The following letter was emailed Jan. 23 to Audubon Charter School parents and others associated with highly rated public school with two established Uptown campuses and a new Gentilly campus.?The email from Audubon CEO?Latoye A. Brown addresses the charter school’s financial situation. Formerly Audubon Montessori School / L’Ecole Franco-Américaine, Audubon offers French and Montessori programs for pre-kindergarten through eighth grade. Dear Audubon Community,
Many of our families have reached out for clarification regarding how our current financial position will impact our academic programming. Over the past few years, Audubon has experienced reduced revenues and rising expenses that have had a dramatic impact on our organizational budget.
The ACS Black History Celebration comes to the Ashé Power House Theater for 6 p.m. this Wednesday , Jan. 30.?
Audubon Charter School’s Talented in Arts students will celebrate Black History Month with the Ashé Cultural Arts Center through music, dance, drumming, spoken word and storytelling. The theme will be the origin of the Anansi the Spider Stories (Ghana West Africa); students will perform and show how these stories crossed the ocean through oral tradition told from generation to generation. The ACS Black History Celebration will also feature special guest artists Sha’Condria ‘ICON’ Sibley and the New Orleans Society of Dance NOLA Baby Dolls. ‘ICON’ is a national poetry slam artist whose work has been featured in the Huffington Post, Marie Claire, Teen Vogue and BET.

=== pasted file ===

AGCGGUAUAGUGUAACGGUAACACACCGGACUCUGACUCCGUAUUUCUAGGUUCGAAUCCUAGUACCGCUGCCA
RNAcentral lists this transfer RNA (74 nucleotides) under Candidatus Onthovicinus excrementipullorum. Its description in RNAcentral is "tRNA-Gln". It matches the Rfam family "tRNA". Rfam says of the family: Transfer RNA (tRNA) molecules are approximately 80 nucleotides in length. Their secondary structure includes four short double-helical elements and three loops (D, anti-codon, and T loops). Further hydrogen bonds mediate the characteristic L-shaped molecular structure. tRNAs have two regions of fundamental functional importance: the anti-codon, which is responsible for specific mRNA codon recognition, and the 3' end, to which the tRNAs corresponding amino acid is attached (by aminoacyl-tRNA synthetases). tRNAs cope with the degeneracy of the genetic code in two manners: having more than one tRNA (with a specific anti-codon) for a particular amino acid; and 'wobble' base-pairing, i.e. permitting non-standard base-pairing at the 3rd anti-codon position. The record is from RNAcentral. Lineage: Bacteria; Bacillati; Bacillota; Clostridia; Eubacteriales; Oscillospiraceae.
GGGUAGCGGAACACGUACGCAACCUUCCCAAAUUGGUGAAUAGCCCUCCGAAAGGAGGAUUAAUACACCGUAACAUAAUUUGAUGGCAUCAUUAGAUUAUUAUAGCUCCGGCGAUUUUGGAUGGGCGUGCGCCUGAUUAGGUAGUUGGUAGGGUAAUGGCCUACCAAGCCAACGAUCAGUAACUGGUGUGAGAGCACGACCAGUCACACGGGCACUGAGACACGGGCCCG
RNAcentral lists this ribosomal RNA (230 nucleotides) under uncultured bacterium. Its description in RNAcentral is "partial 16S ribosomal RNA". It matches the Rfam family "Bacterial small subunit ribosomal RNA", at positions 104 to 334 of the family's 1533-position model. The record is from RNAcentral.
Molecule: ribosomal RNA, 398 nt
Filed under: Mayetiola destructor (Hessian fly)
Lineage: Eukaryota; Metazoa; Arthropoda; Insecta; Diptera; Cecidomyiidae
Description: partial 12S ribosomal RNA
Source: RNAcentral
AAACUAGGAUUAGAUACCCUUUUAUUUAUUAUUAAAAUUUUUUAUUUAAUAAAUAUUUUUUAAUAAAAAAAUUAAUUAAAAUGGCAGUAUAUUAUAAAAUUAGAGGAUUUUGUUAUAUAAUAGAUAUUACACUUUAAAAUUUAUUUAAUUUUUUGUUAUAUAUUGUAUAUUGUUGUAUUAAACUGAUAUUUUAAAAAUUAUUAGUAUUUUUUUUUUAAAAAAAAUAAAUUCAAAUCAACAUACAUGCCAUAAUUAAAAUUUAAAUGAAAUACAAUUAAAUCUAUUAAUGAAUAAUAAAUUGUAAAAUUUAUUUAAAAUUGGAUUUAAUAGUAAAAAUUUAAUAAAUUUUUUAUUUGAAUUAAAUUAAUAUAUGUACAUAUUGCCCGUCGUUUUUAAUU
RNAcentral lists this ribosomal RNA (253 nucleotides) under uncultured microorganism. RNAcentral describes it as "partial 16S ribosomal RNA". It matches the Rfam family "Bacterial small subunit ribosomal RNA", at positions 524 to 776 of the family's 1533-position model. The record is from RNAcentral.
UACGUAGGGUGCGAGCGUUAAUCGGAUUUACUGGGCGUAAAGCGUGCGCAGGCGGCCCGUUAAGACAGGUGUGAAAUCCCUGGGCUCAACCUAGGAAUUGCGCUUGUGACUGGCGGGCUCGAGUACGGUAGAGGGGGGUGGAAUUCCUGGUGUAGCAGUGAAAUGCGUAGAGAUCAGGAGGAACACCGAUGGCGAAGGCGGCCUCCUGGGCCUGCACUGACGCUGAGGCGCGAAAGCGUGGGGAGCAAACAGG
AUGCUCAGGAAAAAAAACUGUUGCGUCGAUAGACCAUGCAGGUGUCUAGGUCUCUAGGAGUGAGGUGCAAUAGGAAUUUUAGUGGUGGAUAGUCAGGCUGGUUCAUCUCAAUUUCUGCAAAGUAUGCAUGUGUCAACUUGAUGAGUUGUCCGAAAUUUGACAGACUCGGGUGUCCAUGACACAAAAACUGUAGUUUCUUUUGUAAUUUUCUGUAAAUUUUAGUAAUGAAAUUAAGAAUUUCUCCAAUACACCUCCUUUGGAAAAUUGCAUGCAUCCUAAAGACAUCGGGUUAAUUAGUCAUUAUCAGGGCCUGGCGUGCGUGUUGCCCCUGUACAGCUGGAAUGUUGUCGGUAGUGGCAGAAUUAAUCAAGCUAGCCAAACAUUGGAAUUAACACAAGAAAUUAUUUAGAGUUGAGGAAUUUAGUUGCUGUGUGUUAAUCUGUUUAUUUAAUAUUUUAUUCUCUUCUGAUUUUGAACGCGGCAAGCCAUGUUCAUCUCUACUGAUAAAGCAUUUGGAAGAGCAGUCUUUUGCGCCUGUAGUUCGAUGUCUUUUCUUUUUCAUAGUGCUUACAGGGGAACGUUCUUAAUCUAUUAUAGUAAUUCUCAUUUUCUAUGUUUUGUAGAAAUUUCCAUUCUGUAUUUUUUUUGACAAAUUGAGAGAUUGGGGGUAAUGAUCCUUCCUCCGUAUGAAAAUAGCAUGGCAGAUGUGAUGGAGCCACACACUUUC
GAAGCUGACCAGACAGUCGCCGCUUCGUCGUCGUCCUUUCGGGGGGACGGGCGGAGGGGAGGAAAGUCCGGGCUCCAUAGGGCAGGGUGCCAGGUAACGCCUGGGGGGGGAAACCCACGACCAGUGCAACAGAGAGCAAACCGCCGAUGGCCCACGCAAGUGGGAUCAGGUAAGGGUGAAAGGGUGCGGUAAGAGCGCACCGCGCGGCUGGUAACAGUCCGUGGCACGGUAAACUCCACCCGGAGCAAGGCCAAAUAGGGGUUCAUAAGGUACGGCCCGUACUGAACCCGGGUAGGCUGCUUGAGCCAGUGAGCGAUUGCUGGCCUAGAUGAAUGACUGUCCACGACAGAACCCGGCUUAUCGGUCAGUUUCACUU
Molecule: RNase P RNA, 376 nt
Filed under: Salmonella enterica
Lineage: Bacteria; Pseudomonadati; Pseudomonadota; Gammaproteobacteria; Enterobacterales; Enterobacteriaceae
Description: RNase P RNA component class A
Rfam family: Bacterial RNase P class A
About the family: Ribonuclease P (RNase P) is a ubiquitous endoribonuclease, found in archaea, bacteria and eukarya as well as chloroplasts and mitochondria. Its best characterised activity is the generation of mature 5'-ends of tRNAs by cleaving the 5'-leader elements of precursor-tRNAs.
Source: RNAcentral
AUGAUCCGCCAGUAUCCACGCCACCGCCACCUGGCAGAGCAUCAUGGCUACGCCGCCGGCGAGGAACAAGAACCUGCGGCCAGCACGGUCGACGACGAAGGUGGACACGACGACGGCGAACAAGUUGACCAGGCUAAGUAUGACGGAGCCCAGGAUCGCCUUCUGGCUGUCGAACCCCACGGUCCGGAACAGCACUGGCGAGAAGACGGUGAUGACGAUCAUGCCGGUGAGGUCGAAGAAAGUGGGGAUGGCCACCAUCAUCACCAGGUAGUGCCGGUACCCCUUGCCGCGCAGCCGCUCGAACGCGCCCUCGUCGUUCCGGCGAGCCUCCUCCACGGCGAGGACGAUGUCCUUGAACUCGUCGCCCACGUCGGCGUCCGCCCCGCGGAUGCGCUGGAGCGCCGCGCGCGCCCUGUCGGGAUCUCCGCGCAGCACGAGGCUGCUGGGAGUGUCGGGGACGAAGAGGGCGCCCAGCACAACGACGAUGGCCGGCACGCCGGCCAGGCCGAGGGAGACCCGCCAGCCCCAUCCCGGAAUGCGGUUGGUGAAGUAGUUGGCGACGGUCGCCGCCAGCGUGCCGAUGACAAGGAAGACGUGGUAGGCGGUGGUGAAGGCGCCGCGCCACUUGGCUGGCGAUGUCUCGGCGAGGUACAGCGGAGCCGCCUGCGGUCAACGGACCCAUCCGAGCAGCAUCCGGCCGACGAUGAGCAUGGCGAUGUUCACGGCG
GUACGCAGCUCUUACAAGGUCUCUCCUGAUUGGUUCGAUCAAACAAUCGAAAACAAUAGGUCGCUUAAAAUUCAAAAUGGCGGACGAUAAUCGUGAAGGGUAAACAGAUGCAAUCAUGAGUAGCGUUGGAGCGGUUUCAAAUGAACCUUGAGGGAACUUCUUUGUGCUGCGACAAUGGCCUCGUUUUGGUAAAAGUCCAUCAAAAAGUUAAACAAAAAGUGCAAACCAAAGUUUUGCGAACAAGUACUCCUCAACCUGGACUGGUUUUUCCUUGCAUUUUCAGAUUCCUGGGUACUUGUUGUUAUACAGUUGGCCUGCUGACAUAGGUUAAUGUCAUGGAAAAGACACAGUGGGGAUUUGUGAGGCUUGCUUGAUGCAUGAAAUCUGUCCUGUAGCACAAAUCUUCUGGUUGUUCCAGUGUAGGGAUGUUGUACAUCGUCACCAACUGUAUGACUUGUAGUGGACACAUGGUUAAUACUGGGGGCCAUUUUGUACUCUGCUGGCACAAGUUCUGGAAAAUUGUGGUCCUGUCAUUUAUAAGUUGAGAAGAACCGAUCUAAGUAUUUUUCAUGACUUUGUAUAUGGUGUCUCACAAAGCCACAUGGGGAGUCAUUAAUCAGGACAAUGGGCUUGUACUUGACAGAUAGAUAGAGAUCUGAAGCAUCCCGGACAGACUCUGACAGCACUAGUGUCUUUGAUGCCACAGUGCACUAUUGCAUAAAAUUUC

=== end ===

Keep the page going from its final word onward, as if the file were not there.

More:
After years of waiting, Audubon Charter School will move out of its temporary campus in the old Carrollton courthouse over the holidays and into a newly refurbished temporary home on Milan Street, officials said. With the McDonogh 7 campus at 1111 Milan Street nearing completion, Audubon’s governing board changed the school calendar Saturday morning to make students’ last day of school Dec. 17. Teachers will remain at the school packing their classrooms through the last three days of the week, and the moving company is scheduled to begin work Dec. 26, said Audubon operations manager Alisa Dupre.
Nearly a year after Audubon Charter students moved out of their Broadway Street campus in preparation for a major renovation and expansion project there, major construction efforts will begin there Monday and end in time for students to return in the fall of 2014, officials say. Pile driving will begin at the Broadway site on Monday, though it will take a break on Thanksgiving and the Friday afterward, said Alisa Dupre, the school’s facilities and operations manager. Construction should finish in the late spring or early summer of 2014, giving faculty and staff several months while students are out of school to move back from the Gentilly campus, Dupre said at a brief meeting Saturday morning of the school’s governing board. While board members applauded the news about the Broadway campus, they listened with concern to news that the citywide Master Plan for school construction is running tens of millions of dollars over budget and likely to be cut — raising questions about the desperately needed repairs to the old Carrollton courthouse intended for several years as a temporary location for Audubon’s upper grades. To read our live coverage of the meeting, see below.